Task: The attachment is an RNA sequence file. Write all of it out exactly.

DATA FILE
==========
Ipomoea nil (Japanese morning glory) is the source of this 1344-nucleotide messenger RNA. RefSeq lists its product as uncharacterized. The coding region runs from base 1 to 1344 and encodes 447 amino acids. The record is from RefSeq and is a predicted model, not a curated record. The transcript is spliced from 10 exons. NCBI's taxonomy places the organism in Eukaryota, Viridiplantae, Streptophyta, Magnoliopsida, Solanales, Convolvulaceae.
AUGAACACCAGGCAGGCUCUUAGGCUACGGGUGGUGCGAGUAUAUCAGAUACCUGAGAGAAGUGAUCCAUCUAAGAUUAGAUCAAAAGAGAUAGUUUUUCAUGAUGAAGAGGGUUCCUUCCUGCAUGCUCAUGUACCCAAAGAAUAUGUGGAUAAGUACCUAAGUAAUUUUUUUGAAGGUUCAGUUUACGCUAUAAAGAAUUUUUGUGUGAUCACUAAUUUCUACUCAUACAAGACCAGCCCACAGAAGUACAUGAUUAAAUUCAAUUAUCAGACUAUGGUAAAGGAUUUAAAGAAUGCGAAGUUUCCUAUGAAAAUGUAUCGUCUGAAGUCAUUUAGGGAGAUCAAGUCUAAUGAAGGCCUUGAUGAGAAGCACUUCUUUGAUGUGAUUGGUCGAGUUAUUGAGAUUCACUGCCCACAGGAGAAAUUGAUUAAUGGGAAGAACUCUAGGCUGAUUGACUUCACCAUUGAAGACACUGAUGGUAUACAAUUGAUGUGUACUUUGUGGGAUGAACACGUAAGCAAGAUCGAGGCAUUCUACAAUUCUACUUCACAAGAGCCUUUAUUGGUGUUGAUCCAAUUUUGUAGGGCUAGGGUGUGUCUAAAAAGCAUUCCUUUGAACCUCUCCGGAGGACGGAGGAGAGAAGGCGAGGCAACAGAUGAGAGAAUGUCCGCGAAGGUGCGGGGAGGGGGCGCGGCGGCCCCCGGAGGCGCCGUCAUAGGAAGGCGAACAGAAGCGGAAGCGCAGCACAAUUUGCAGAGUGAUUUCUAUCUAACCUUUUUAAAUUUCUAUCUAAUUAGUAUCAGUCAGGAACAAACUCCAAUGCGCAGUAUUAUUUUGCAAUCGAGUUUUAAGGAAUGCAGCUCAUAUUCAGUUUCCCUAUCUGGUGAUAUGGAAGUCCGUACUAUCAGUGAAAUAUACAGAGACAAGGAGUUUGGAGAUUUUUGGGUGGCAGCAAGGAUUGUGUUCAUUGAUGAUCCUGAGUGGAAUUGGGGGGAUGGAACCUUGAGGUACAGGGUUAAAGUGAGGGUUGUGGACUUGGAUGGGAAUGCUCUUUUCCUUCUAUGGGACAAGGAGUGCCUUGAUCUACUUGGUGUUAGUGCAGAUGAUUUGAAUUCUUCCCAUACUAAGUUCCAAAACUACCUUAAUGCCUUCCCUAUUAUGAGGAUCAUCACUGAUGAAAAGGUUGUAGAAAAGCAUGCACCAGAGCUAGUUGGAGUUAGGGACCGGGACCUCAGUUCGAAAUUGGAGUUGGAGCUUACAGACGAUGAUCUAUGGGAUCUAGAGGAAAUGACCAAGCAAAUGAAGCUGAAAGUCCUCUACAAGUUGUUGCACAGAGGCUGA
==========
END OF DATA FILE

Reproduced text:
Ipomoea nil (Japanese morning glory) is the source of this 1344-nucleotide messenger RNA. RefSeq lists its product as uncharacterized. The coding region runs from base 1 to 1344 and encodes 447 amino acids. The record is from RefSeq and is a predicted model, not a curated record. The transcript is spliced from 10 exons. NCBI's taxonomy places the organism in Eukaryota, Viridiplantae, Streptophyta, Magnoliopsida, Solanales, Convolvulaceae.
AUGAACACCAGGCAGGCUCUUAGGCUACGGGUGGUGCGAGUAUAUCAGAUACCUGAGAGAAGUGAUCCAUCUAAGAUUAGAUCAAAAGAGAUAGUUUUUCAUGAUGAAGAGGGUUCCUUCCUGCAUGCUCAUGUACCCAAAGAAUAUGUGGAUAAGUACCUAAGUAAUUUUUUUGAAGGUUCAGUUUACGCUAUAAAGAAUUUUUGUGUGAUCACUAAUUUCUACUCAUACAAGACCAGCCCACAGAAGUACAUGAUUAAAUUCAAUUAUCAGACUAUGGUAAAGGAUUUAAAGAAUGCGAAGUUUCCUAUGAAAAUGUAUCGUCUGAAGUCAUUUAGGGAGAUCAAGUCUAAUGAAGGCCUUGAUGAGAAGCACUUCUUUGAUGUGAUUGGUCGAGUUAUUGAGAUUCACUGCCCACAGGAGAAAUUGAUUAAUGGGAAGAACUCUAGGCUGAUUGACUUCACCAUUGAAGACACUGAUGGUAUACAAUUGAUGUGUACUUUGUGGGAUGAACACGUAAGCAAGAUCGAGGCAUUCUACAAUUCUACUUCACAAGAGCCUUUAUUGGUGUUGAUCCAAUUUUGUAGGGCUAGGGUGUGUCUAAAAAGCAUUCCUUUGAACCUCUCCGGAGGACGGAGGAGAGAAGGCGAGGCAACAGAUGAGAGAAUGUCCGCGAAGGUGCGGGGAGGGGGCGCGGCGGCCCCCGGAGGCGCCGUCAUAGGAAGGCGAACAGAAGCGGAAGCGCAGCACAAUUUGCAGAGUGAUUUCUAUCUAACCUUUUUAAAUUUCUAUCUAAUUAGUAUCAGUCAGGAACAAACUCCAAUGCGCAGUAUUAUUUUGCAAUCGAGUUUUAAGGAAUGCAGCUCAUAUUCAGUUUCCCUAUCUGGUGAUAUGGAAGUCCGUACUAUCAGUGAAAUAUACAGAGACAAGGAGUUUGGAGAUUUUUGGGUGGCAGCAAGGAUUGUGUUCAUUGAUGAUCCUGAGUGGAAUUGGGGGGAUGGAACCUUGAGGUACAGGGUUAAAGUGAGGGUUGUGGACUUGGAUGGGAAUGCUCUUUUCCUUCUAUGGGACAAGGAGUGCCUUGAUCUACUUGGUGUUAGUGCAGAUGAUUUGAAUUCUUCCCAUACUAAGUUCCAAAACUACCUUAAUGCCUUCCCUAUUAUGAGGAUCAUCACUGAUGAAAAGGUUGUAGAAAAGCAUGCACCAGAGCUAGUUGGAGUUAGGGACCGGGACCUCAGUUCGAAAUUGGAGUUGGAGCUUACAGACGAUGAUCUAUGGGAUCUAGAGGAAAUGACCAAGCAAAUGAAGCUGAAAGUCCUCUACAAGUUGUUGCACAGAGGCUGA